Prominent planetary researcher Lee Yeon Joo has been chosen to lead the first research on Venus in South Korea

[Courtesy of the Institute for Basic Science]

Seoul – Lee Yeon-ju, a well-known researcher involved in planetary research projects in Europe and Japan, has been chosen to lead South Korea’s first project to study the atmospheres of planets in the solar system. Her research will focus on Venus, which is surrounded by an opaque layer of highly reflective clouds of sulfuric acid.

The Institute of Basic Sciences (IBS), a government research body in South Korea, has appointed the 39-year-old as Principal Investigator to head the Planetary Atmosphere Group within the Pioneering Research Center, an IBS program that supports independent research by young, experienced researchers. Ability. “This is the first time that the first planetary researcher in her 30s with experience on a planet other than Earth has been appointed,” IBS spokesperson Park Jong-hoon told Aju Business Daily on June 3.

This is the first research team in South Korea to study the atmosphere of planets in the solar system. The institute aims to promote new discoveries and take the lead in Venus research. Lee’s team will track Venus’ long-term fluctuations and study the properties of the planets’ atmospheres and changes in the planets’ atmospheres over time.

“A new study will be conducted to systematically track changes in the planet’s atmosphere,” Li was quoted as saying. She said her mission in South Korea is to lay the foundation for ongoing planetary atmospheric research.

Venus, the second planet from the sun, has the highest temperature of any planet in the solar system, with an average temperature of 464 °C (867 °F). The planet has a dense atmosphere made up of more than 96 percent carbon dioxide and 3.5 percent nitrogen, both of which are supercritical fluids. Plans for rover or more complex missions have been proposed, but are hampered by the hostile surface conditions of Venus.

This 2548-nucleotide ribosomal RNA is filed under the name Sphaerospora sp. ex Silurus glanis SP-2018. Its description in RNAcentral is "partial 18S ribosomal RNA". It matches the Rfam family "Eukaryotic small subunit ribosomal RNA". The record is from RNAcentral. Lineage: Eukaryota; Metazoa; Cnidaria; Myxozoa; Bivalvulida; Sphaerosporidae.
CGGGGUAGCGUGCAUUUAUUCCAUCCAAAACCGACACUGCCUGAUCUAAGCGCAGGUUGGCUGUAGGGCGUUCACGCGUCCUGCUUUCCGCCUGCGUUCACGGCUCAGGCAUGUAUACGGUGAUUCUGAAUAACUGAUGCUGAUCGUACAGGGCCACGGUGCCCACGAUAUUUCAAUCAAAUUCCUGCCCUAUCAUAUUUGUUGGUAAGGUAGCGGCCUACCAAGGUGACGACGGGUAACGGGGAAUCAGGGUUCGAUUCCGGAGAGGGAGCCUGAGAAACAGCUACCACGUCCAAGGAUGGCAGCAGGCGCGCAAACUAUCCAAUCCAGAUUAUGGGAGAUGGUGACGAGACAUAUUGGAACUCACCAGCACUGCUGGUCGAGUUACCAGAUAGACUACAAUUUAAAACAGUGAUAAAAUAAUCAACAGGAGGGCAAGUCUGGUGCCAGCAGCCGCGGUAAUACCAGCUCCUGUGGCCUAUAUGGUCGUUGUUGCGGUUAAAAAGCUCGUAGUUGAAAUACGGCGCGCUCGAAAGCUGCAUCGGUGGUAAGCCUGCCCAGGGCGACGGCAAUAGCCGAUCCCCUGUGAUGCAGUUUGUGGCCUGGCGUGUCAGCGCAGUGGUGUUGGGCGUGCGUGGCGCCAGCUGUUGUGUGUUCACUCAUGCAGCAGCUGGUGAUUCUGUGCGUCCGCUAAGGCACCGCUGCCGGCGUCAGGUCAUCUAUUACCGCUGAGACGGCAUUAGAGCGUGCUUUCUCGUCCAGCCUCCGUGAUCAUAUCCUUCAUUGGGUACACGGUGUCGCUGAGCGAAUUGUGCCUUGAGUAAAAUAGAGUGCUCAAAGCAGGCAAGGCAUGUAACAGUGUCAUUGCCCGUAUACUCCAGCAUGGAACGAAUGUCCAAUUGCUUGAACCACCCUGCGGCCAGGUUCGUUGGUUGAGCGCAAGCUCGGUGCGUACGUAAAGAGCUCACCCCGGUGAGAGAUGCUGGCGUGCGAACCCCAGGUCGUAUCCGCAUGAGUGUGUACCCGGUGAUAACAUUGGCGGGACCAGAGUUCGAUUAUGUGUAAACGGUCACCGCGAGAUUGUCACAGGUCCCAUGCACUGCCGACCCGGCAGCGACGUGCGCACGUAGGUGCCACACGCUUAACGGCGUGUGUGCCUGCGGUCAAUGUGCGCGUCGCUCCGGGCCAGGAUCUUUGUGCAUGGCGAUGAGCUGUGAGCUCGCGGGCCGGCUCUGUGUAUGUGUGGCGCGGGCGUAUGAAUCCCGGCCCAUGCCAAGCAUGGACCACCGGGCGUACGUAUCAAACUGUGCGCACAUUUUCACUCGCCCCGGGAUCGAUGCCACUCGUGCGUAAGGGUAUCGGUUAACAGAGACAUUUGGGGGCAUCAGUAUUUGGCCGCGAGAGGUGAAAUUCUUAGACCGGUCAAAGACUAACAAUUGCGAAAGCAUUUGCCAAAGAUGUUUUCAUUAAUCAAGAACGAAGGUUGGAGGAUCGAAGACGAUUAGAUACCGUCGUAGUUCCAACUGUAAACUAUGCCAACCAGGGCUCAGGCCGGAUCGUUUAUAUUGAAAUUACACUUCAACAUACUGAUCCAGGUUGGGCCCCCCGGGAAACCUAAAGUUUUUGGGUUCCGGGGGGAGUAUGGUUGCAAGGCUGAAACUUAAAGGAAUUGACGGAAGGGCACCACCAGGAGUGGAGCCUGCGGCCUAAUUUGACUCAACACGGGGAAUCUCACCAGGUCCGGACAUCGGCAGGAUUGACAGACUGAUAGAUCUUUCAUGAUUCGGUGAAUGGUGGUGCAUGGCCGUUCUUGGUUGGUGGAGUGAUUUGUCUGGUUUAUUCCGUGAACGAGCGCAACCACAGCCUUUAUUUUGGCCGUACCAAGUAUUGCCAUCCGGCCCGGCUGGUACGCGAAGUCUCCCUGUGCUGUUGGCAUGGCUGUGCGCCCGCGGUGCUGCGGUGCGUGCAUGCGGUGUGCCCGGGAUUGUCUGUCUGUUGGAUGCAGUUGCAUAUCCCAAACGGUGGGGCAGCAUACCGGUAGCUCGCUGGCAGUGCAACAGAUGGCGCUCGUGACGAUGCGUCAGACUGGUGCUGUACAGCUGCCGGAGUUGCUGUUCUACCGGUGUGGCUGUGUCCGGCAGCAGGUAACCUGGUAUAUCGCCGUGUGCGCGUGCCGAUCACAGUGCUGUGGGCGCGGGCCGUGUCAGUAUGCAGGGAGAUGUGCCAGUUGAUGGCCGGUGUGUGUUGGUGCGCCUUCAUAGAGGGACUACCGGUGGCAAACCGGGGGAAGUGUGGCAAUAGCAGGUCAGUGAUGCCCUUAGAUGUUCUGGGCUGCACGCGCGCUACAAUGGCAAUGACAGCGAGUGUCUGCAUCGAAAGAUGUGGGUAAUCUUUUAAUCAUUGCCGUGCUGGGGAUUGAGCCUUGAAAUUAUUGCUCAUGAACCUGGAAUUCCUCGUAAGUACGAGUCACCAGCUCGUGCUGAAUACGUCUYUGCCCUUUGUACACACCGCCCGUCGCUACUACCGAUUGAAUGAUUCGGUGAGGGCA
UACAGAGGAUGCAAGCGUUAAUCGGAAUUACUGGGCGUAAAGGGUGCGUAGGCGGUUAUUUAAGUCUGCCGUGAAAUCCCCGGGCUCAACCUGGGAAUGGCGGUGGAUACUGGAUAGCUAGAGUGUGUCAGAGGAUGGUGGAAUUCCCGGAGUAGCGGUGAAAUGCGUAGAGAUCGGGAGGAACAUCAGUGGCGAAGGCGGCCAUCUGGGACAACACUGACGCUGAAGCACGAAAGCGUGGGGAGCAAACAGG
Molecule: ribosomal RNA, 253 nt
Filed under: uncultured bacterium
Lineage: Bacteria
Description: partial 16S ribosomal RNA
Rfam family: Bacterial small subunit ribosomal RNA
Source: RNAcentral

Citing her work with the Technical University of Berlin and the German Aerospace Center (DLR), IBS said Li has enough potential to be reborn as a researcher at a higher level. She investigated the radiative and dynamic processes in the atmospheres of planets, by analyzing space and terrestrial observational data and calculating the numerical model. In 2020, Lee’s paper “Brightness Adjustments for Nearest Earth Planet Venus Reveal Superior Atmospheric Rotation Instead of Surface Features” published in Nature Communications, received praise from peers.

The institute said Lee’s team will explore the temporal variations of the atmosphere on Venus, using data obtained from ground-based telescopes and spacecraft and creating a long-term observation program using a series of identical CubeSats in Earth orbit to complement ground-based observations. CubeSat, built in the shape of a cube, is a common type of nanosatellites that refers to satellites with a wet mass of between 1 and 10 kg. Multiple nanosatellites operate together or in a configuration state.

IBS described me as an internationally recognized brilliant young scientist, such as participating in a European-Japanese assignment called BepiColombo as a guest researcher. BepiColombo studies Mercury’s formation, geophysics, atmosphere, magnetosphere, and history. Both the European Space Agency (ESA) and the Japan Aerospace Exploration Agency (JAXA) have an orbiter on the same spacecraft.

In 2021, an international team coordinated by Lee successfully carried out an ambitious observation campaign of Venus, the sunlit hemisphere, taking advantage of a unique opportunity to coordinate observations from the BepiColombo and Akatsuki missions.

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